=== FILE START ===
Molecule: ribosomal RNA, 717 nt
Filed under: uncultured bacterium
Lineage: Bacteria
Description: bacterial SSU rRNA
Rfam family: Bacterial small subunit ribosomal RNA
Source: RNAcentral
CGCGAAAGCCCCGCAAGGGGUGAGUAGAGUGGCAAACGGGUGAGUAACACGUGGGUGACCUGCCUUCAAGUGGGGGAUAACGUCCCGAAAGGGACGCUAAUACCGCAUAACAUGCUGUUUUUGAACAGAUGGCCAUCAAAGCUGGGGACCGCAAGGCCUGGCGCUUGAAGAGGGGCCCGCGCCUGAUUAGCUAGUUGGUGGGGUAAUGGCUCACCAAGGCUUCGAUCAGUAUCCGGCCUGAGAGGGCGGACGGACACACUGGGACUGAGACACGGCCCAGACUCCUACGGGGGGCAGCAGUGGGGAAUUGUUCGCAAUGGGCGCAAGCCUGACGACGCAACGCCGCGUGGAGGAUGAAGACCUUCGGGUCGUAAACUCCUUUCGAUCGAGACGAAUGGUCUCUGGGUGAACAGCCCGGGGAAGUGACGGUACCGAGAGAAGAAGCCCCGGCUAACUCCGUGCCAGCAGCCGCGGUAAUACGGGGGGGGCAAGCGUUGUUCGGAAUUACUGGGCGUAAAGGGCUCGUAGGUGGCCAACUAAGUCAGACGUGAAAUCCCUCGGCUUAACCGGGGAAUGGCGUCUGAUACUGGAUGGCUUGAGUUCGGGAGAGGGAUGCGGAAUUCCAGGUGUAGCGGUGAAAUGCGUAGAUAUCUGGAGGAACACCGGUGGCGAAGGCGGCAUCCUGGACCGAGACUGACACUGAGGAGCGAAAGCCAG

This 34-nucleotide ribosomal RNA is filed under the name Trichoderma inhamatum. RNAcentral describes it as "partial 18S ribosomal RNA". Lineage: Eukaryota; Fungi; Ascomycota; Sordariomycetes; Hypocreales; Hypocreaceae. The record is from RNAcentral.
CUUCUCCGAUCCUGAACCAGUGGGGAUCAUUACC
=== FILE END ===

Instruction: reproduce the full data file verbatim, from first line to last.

Molecule: ribosomal RNA, 717 nt
Filed under: uncultured bacterium
Lineage: Bacteria
Description: bacterial SSU rRNA
Rfam family: Bacterial small subunit ribosomal RNA
Source: RNAcentral
CGCGAAAGCCCCGCAAGGGGUGAGUAGAGUGGCAAACGGGUGAGUAACACGUGGGUGACCUGCCUUCAAGUGGGGGAUAACGUCCCGAAAGGGACGCUAAUACCGCAUAACAUGCUGUUUUUGAACAGAUGGCCAUCAAAGCUGGGGACCGCAAGGCCUGGCGCUUGAAGAGGGGCCCGCGCCUGAUUAGCUAGUUGGUGGGGUAAUGGCUCACCAAGGCUUCGAUCAGUAUCCGGCCUGAGAGGGCGGACGGACACACUGGGACUGAGACACGGCCCAGACUCCUACGGGGGGCAGCAGUGGGGAAUUGUUCGCAAUGGGCGCAAGCCUGACGACGCAACGCCGCGUGGAGGAUGAAGACCUUCGGGUCGUAAACUCCUUUCGAUCGAGACGAAUGGUCUCUGGGUGAACAGCCCGGGGAAGUGACGGUACCGAGAGAAGAAGCCCCGGCUAACUCCGUGCCAGCAGCCGCGGUAAUACGGGGGGGGCAAGCGUUGUUCGGAAUUACUGGGCGUAAAGGGCUCGUAGGUGGCCAACUAAGUCAGACGUGAAAUCCCUCGGCUUAACCGGGGAAUGGCGUCUGAUACUGGAUGGCUUGAGUUCGGGAGAGGGAUGCGGAAUUCCAGGUGUAGCGGUGAAAUGCGUAGAUAUCUGGAGGAACACCGGUGGCGAAGGCGGCAUCCUGGACCGAGACUGACACUGAGGAGCGAAAGCCAG

This 34-nucleotide ribosomal RNA is filed under the name Trichoderma inhamatum. RNAcentral describes it as "partial 18S ribosomal RNA". Lineage: Eukaryota; Fungi; Ascomycota; Sordariomycetes; Hypocreales; Hypocreaceae. The record is from RNAcentral.
CUUCUCCGAUCCUGAACCAGUGGGGAUCAUUACC